Sometimes, rarely, I’ll read something, or see something, or hear something that is so foreign to me, so alien, that it’s hard to say whether I like it or not. It’s almost as if the question doesn’t pertain; the piece seems to come from another dimension altogether, and I’m hard-pressed to apply human rules of quality to it. However, if I have to form an opinion, that opinion will be a negative one — when I can’t relate to something in the slightest, that thing fails to appeal to me.
Case in point: The Granite Book. At no time during this game did I have any clear conception of what was supposed to be going on. At various points, I thought that the PC might be a king, a transient, a guy on a date, a psychopath, a spirit, or a troll. Perhaps he’s the itinerant ghost of an insane troll king, looking for love. I really have no idea.
Some of this confusion and dislocation comes from the game’s choice of voice: the entire thing is written in the first person plural, like so:
We weren’t sure, but jagged rocks emerging, staring into our face,
alone as we were in that obscure and emptied world, looked familiar,
greeted us again with laughter and the scrape of gravel inside
I’ve only seen this verb tense used successfully in one place: the “royal we”, where kings and queens speak of themselves in the plural, because they are the living embodiments of their countries — hence my guess that perhaps the PC of this game is a king. It was the royal we that was used (although not in any simple way) in last year’s game The Isolato Incident, and in my review of that game I mentioned how I found it similar to Comp99’s For A Change, because both took ordinary descriptions and substituted out words, requiring the player to filter through strange language in order to make sense of the action.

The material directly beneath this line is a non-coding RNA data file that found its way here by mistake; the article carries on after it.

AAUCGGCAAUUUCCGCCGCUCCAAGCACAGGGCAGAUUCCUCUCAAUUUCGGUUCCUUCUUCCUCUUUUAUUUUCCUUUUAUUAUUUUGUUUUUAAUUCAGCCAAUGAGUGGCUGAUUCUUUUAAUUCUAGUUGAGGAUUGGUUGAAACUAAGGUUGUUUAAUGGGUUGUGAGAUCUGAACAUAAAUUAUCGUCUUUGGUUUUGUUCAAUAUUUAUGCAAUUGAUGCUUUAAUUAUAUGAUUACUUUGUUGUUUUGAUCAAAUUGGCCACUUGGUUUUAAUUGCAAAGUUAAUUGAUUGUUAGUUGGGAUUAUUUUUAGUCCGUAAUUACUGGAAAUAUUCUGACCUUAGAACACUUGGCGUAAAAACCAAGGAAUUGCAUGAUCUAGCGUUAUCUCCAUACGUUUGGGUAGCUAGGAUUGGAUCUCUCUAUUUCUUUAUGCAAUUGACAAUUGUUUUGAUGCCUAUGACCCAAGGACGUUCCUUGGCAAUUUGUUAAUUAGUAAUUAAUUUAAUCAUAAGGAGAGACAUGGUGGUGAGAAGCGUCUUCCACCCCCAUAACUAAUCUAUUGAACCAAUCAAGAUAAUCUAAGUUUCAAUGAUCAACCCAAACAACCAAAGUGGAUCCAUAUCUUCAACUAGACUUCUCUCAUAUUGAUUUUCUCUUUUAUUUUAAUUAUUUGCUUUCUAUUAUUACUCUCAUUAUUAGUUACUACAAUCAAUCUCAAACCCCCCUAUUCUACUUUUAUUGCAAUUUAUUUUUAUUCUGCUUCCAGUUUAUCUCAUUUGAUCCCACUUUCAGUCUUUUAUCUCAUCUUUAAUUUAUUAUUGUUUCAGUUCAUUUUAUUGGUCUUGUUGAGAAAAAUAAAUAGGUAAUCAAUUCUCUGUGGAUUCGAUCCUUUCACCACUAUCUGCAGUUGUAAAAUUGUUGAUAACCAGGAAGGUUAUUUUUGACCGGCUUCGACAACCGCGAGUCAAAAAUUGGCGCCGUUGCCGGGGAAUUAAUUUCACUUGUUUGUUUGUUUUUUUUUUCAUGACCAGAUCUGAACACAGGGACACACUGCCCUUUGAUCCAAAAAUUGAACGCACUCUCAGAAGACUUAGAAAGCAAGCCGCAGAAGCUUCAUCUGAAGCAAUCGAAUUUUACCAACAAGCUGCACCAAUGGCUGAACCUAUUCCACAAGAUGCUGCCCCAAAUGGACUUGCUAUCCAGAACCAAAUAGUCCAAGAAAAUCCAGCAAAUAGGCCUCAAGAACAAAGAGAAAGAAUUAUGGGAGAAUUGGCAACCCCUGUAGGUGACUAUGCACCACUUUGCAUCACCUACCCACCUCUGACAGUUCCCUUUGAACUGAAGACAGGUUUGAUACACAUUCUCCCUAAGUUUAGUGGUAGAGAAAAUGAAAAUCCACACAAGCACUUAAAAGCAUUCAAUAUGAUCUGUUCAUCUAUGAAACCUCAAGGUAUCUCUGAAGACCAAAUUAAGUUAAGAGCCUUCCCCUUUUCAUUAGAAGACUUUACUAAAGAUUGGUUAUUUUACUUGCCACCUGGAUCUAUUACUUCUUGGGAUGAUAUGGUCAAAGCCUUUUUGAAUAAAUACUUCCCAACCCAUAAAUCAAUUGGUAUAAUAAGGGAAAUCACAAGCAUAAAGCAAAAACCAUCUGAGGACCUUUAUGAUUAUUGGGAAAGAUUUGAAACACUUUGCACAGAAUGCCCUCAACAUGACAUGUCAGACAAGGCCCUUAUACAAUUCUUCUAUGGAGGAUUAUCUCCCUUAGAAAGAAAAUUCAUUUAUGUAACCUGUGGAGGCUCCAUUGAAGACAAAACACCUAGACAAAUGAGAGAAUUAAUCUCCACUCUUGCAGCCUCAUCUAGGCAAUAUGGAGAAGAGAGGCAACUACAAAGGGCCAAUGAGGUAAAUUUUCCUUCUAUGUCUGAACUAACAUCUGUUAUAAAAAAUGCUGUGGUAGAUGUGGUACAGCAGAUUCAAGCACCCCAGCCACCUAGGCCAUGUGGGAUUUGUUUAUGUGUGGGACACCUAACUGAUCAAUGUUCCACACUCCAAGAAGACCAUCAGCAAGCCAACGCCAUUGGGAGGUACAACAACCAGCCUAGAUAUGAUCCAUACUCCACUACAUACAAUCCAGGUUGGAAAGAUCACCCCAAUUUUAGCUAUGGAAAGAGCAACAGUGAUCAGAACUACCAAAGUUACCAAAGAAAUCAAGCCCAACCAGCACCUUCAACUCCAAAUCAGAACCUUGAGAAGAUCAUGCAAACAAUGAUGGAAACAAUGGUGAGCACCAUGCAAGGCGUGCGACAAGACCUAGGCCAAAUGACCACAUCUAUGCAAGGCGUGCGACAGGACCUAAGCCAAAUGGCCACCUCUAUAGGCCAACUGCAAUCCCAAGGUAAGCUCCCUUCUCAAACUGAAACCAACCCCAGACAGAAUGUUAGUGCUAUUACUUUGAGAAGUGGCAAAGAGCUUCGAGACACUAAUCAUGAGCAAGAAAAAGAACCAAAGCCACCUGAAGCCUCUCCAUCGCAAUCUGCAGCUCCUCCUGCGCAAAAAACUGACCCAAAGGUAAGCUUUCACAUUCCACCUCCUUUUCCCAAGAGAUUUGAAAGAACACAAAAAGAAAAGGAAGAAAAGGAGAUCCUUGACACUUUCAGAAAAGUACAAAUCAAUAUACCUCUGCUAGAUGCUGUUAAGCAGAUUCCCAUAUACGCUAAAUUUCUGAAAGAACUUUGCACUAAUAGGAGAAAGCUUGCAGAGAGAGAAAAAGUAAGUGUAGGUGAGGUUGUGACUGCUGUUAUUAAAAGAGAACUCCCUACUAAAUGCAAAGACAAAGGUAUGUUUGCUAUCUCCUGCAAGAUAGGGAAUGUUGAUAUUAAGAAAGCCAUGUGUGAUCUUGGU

The Granite Book, though, takes things one step further: not only are strange words in place of ordinary ones, but even the concepts those words represent seem to have no analogue in the real world, or even any fantasy world I’ve ever encountered. It’s not the royal we that’s at work in this game, but rather something much stranger.
For me, this was one remove too far. If nothing ever makes any sense, than I really don’t care about any of it — it just seems like a bunch of gibberish to me. As is probably apparent from the passage I quote above, verb tense is only the beginning of what makes this game opaque. From its tangled sentence structure to its nonsensical landscape and its thoroughly baffling end, the game’s perfect impenetrability never seems to crack. This sort of thing is bad enough in other kinds of art, but in IF the frustration it triggers is even more intense, because we’re supposed to take these frictionless descriptions and actually grasp them, put them to use.
I found I could make a little progress by examining second and third level nouns, but even then it was just a parroting trick, spitting back the words used by the game whenever they seemed important, not because I understood what they meant. I can imagine solving the game without the hints, if I was lucky enough to guess at the right interpretation of its descriptions, but I can’t imagine understanding it. I can’t exactly say that’s a defect in the game — who knows, maybe I’m just not bright enough to get it? But I can authoritatively say that I didn’t enjoy it.